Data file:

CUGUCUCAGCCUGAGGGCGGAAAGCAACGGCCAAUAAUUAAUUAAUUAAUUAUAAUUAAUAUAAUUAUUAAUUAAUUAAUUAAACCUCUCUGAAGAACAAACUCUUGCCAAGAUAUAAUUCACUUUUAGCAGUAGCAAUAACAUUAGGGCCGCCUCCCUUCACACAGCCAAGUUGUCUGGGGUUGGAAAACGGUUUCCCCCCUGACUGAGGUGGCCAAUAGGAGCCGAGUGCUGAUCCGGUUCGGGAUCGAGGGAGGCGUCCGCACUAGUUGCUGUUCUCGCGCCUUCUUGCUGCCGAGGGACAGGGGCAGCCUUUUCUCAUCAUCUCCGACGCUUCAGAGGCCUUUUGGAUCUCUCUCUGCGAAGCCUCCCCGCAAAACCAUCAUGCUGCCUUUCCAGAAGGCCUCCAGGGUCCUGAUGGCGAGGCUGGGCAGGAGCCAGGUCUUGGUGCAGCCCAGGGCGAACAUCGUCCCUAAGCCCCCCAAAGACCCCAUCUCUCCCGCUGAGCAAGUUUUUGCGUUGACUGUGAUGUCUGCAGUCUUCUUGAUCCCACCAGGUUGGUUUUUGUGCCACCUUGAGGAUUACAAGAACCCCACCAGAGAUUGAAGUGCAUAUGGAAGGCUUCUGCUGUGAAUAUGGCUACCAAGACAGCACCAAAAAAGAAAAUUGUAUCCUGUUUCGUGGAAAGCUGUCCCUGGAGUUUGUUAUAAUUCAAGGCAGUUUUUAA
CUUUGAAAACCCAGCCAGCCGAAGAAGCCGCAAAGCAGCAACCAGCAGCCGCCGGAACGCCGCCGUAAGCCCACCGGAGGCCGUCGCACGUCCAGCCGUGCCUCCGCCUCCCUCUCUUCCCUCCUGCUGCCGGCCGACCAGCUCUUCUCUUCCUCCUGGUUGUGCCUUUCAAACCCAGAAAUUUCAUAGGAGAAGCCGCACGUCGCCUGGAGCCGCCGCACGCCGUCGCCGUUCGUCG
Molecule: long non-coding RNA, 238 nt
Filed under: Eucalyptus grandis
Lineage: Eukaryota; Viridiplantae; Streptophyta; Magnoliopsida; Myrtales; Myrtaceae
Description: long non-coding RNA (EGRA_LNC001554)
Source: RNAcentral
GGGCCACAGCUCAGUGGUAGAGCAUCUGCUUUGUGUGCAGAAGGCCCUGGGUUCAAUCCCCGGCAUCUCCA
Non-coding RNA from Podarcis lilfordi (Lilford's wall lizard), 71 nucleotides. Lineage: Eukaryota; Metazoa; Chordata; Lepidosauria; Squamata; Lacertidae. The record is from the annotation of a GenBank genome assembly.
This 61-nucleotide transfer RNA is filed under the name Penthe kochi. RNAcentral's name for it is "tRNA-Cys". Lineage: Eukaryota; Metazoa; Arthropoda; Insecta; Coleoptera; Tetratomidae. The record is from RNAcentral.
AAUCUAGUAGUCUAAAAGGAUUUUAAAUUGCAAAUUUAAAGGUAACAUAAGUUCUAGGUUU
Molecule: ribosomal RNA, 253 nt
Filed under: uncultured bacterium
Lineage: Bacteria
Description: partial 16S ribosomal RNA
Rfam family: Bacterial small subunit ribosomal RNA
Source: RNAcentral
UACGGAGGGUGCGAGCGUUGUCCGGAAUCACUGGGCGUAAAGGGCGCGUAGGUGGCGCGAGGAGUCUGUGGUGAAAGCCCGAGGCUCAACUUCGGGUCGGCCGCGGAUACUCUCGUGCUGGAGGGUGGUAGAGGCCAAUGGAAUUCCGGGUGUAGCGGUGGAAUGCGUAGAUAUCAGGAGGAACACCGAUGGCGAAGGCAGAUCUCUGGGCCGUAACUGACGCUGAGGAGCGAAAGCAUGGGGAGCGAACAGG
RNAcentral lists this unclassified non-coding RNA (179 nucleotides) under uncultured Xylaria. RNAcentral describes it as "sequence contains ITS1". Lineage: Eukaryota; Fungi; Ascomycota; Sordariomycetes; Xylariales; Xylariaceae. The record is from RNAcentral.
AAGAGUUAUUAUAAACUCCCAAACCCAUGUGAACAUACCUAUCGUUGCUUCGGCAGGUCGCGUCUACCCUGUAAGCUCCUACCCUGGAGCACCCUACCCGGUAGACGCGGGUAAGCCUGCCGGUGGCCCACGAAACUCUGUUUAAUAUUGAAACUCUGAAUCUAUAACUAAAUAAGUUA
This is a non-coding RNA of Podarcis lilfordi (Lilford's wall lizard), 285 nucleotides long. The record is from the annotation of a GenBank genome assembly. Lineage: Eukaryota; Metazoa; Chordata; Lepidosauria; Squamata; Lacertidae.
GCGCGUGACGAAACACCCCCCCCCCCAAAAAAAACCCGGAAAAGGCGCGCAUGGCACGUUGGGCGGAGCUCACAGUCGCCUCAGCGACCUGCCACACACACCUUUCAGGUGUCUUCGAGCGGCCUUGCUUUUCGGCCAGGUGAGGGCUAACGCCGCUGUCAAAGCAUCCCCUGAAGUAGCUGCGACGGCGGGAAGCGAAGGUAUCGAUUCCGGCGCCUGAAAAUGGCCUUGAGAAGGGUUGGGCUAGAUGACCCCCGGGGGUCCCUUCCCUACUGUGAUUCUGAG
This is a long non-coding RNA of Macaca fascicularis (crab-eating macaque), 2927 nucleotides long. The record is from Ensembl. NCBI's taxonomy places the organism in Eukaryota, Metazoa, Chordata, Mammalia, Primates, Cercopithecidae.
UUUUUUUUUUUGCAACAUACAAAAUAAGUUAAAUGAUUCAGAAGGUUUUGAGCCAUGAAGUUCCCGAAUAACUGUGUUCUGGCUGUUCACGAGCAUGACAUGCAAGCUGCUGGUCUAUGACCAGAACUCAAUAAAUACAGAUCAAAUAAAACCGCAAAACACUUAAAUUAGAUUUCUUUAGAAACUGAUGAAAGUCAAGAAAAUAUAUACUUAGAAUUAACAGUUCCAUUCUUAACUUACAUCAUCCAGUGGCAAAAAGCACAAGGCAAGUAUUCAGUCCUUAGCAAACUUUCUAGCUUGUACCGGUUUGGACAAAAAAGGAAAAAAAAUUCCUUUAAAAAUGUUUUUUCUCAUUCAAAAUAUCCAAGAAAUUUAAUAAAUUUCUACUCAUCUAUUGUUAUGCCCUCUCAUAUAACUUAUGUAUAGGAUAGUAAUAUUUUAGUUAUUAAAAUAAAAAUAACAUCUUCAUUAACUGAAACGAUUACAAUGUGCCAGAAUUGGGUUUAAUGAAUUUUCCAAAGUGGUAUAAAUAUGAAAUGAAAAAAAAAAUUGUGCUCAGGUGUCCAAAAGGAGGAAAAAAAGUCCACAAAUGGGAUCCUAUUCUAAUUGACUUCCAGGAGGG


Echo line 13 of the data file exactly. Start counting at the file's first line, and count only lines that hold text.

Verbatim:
Filed under: uncultured bacterium